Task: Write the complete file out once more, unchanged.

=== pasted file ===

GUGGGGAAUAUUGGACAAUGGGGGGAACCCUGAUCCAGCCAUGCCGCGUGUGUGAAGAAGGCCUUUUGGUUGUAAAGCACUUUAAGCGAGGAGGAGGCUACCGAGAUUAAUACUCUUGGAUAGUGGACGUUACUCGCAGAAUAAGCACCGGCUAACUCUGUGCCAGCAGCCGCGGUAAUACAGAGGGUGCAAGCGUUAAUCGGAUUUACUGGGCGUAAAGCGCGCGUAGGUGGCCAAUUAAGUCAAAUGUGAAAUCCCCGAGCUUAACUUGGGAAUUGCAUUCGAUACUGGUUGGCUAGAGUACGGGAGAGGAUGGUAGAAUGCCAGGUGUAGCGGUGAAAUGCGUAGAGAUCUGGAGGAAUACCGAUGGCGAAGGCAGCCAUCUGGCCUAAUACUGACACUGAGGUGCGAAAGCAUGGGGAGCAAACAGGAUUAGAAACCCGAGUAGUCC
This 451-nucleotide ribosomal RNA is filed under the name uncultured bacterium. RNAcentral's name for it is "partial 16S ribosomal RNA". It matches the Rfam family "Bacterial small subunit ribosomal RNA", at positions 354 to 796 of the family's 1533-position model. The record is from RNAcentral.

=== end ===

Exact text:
GUGGGGAAUAUUGGACAAUGGGGGGAACCCUGAUCCAGCCAUGCCGCGUGUGUGAAGAAGGCCUUUUGGUUGUAAAGCACUUUAAGCGAGGAGGAGGCUACCGAGAUUAAUACUCUUGGAUAGUGGACGUUACUCGCAGAAUAAGCACCGGCUAACUCUGUGCCAGCAGCCGCGGUAAUACAGAGGGUGCAAGCGUUAAUCGGAUUUACUGGGCGUAAAGCGCGCGUAGGUGGCCAAUUAAGUCAAAUGUGAAAUCCCCGAGCUUAACUUGGGAAUUGCAUUCGAUACUGGUUGGCUAGAGUACGGGAGAGGAUGGUAGAAUGCCAGGUGUAGCGGUGAAAUGCGUAGAGAUCUGGAGGAAUACCGAUGGCGAAGGCAGCCAUCUGGCCUAAUACUGACACUGAGGUGCGAAAGCAUGGGGAGCAAACAGGAUUAGAAACCCGAGUAGUCC
This 451-nucleotide ribosomal RNA is filed under the name uncultured bacterium. RNAcentral's name for it is "partial 16S ribosomal RNA". It matches the Rfam family "Bacterial small subunit ribosomal RNA", at positions 354 to 796 of the family's 1533-position model. The record is from RNAcentral.